The government will soon announce a comprehensive package of steps to tackle speculative investment in virtual currencies, including taxing cryptocurrency transactions, Strategy and Finance Minister Kim Dong-yeon said Thursday.
Kim said the government is studying what kinds of taxes to levy on virtual money.
“They may be subject to tax. We are considering diverse scenarios, such as whether they are capital gains or other income, as well as alternatives such as steps taken by other countries,” he told a session of the National Assembly.
When asked what the government deems virtual currencies to be, Kim said, “There is no consensus regarding their definition, but it is clear they are not legal currencies.”
He noted there is “irrational, overheated speculation” in virtual currencies. “The government is closely monitoring trading. We will strictly cope with crimes involving virtual currencies.”
Kim said the justice ministry, financial regulator, antitrust agency and related ministries are studying ways to effectively regulate virtual currencies.
The government will “announce a comprehensive package of steps soon,” he said.
Kim reaffirmed the ministries have not agreed on closing cryptocurrency trading exchanges, an idea proposed by the justice ministry.
He continued to stress that blockchain technology, which is basis of virtual currencies, should be developed.
“There are diverse ideas regarding whether blockchain and cryptocurrencies are inseparable. Many admit blockchain will play a key role in diverse sectors such as logistics, security and real estate. We are paying attention to the potential of its use.”
In the meantime, the financial regulator has launched a team to monitor virtual currency transactions and detect illegal activities using cryptocurrencies, such as money laundering and tax evasion.
According to sources in the Financial Services Commission (FSC), the Korea Financial Intelligence Unit (FIU) under the FSC organized a team to examine suspicious virtual currency trading following reports by banks.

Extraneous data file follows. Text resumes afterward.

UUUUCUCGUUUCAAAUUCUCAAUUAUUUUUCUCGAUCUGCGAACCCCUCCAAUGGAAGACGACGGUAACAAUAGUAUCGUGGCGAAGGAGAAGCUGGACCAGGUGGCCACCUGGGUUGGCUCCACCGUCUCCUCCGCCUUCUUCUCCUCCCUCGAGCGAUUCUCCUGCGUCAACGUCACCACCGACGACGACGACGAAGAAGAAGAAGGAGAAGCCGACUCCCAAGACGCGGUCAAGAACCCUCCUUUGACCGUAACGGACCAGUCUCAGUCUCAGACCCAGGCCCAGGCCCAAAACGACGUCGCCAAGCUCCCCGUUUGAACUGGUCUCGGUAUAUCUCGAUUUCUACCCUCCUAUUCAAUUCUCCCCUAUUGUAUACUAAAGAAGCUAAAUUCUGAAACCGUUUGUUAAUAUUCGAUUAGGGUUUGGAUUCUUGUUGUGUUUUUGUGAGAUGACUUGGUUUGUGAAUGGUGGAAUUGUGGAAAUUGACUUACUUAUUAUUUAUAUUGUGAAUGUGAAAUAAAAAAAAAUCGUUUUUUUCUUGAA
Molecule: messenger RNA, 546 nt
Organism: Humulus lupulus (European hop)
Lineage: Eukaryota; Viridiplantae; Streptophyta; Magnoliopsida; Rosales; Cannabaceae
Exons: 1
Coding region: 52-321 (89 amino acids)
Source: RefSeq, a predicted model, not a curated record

Under the guidelines set to be applied next week, the country’s six major banks must report suspicious transactions to the FIU to deter money laundering using cryptocurrencies.
For instance, deposits or withdrawals through virtual currency exchanges that exceed 10 million won a day or 20 million won a week, or frequent trading such as five times a day or seven times a week will be regarded as suspicious.
Cryptocurrency transactions by corporations or organizations are also to be considered suspect according to the guidelines. Banks should report any such cases to the FIU.
The new division at the FIU will be in charge of examining and analyzing those transactions. After the analysis, it will transfer any tax evasion information to the tax agency while reporting information on illegally accumulated assets to the prosecution.
The financial regulator also recommended financial companies to strengthen their monitoring on suspicious trading of virtual currencies.
The measures are based on the determination that cryptocurrencies can be an easy means of money laundering for criminals such as tax evaders and drug traders. For instance, the financial regulator recently found an individual with a criminal record of drug charges who recently had been abroad, having withdrawn billions of won from a virtual currency exchange account. The financial regulator suspects a payment for narcotics may have been made using virtual currencies.